Declaration of Independence

By | 26/05/2011

There has been a fair amount of commentary recently in the wine press and social media regarding the pros and cons, ethics and otherwise of wine critics/reviewers being paid by producers to review their wines.

For obvious reasons, this is a topic close to Jane’s and my own hearts and one we have been pondering for some time.

New Zealand has several such reviewers and they appear to be doing brisk business.

There is no reason why people should not charge for their reviews, as the uptake by producers suggests they are clearly providing a desired service – guaranteed reviews within a set time frame.

Where the grey, and to my mind disquieting, aspect creeps in, is the guise of independence. Strictly speaking this may be the case: the reviewers are not working for anyone directly, and are providing their own opinions. BUT, it is impossible not to suspect that reviews may indeed be on the… shall we say generous side. Of course opinions on wines differ between critics (and even by the same critic on different days) but so many of the wines reviewed are the euphemistically named ‘export label’ sauvignon blanc etc and generally, the fulsome reviews and scores given in such reviews do not stand scrutiny elsewhere. What to make of that?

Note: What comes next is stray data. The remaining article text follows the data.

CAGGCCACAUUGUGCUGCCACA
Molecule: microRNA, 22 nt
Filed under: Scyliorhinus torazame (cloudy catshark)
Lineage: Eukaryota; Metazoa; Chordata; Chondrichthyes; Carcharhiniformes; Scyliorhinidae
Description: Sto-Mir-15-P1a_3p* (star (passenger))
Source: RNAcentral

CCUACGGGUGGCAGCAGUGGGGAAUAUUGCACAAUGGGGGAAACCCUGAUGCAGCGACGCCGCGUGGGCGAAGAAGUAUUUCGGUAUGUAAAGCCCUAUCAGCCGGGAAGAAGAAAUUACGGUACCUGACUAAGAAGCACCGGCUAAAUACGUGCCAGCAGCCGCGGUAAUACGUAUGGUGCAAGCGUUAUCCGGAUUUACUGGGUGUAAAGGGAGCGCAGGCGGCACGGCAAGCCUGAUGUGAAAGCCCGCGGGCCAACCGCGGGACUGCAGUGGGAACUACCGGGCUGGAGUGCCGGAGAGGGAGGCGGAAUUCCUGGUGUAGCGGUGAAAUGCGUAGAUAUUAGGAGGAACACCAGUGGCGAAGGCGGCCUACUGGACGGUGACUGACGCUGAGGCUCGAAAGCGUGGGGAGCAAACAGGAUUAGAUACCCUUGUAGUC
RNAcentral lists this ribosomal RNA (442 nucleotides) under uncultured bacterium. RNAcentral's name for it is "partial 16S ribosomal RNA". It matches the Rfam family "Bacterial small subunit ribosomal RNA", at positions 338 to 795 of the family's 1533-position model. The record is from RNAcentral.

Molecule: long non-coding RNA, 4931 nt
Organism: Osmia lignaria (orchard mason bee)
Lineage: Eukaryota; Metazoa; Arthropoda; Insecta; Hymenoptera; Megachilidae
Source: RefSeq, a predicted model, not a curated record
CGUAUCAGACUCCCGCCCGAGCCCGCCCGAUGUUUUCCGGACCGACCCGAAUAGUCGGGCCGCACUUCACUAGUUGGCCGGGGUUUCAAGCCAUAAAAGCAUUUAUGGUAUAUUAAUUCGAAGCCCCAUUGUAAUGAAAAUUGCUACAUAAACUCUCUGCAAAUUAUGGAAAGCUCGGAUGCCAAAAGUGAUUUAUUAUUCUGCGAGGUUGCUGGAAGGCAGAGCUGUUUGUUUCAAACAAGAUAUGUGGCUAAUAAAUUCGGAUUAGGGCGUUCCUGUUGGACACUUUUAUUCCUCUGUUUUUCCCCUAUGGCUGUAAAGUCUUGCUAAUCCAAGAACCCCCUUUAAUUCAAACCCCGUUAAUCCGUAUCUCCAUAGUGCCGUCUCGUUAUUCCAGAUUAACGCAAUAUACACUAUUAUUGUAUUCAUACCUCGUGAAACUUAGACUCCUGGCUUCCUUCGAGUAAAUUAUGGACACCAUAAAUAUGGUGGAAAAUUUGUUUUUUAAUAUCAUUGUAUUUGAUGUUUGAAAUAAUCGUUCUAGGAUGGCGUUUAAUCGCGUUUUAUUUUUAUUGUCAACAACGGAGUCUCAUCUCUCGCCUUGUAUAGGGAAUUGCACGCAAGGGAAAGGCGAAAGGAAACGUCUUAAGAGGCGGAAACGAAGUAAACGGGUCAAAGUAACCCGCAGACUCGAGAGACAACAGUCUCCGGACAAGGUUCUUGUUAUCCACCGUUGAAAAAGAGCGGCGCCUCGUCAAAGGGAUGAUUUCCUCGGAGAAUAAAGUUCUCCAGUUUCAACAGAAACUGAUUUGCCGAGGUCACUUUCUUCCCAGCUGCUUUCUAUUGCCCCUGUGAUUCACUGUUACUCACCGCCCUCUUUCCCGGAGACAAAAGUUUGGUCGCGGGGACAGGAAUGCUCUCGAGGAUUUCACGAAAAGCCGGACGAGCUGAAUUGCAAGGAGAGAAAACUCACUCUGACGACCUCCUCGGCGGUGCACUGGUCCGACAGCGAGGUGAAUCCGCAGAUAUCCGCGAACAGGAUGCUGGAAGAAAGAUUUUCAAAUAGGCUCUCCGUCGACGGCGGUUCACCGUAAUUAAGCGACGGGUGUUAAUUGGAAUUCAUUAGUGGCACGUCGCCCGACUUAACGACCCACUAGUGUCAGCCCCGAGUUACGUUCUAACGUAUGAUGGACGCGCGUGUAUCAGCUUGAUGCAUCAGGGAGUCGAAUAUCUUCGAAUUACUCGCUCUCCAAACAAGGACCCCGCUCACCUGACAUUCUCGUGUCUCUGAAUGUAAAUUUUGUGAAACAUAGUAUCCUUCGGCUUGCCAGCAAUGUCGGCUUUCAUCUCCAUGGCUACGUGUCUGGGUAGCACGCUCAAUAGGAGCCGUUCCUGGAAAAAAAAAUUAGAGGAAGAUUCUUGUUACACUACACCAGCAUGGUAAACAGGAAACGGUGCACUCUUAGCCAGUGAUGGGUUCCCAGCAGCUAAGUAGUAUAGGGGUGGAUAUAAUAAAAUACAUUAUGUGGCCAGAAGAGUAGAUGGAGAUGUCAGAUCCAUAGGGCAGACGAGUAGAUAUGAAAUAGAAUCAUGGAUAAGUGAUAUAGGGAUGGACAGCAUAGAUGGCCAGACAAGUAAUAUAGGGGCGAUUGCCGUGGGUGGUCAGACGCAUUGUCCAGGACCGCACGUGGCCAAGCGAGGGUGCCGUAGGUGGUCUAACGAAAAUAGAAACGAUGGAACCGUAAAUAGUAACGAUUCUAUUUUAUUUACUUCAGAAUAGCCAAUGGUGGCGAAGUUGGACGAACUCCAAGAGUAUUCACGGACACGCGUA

However the biggest elephant in the crowded room to my mind is the fact that generally, the public is completely unaware that any payment between producer and reviewer is changing hands. And this is where I start to feel very uncomfortable indeed about the unclarified proclamations of independence – and their use as such by producers and retailers, who are after all complicit in the whole situation.

Yes, the terms and prices are stated on the reviewers’ sites but that is certainly not where the majority of their reviews are being read. And reviews below a certain cut-off point are not published – who exactly is that helping?

Sam Kim of Wine Orbit and Raymond Chan of Raymond Chan Wine Reviews may at this point wonder if I am having a go (or perhaps have succumbed to the green-eyed monster due to the parlous state of my own bank balance!) but I can only assure them this is not the case. They do happen to be the most visible faces of this service but they are not the only ones doing it. And, amongst the wine industry fraternity, it is well known that this is the way things are being done. But amongst the public who are being guided by the reviews, and presumably labouring under the misapprehension that they are the consumers being served, not the wineries whose products they are being encouraged to buy, I would hazard a guess that they know naught.

And that is what motivates me to make my comments.

I welcome a response from Sam, Raymond et al, and from producers or retailers using their services, as this is an interesting topic that is certainly getting much airing behind closed doors, but very little discussion in a more public forum. One wonders why?

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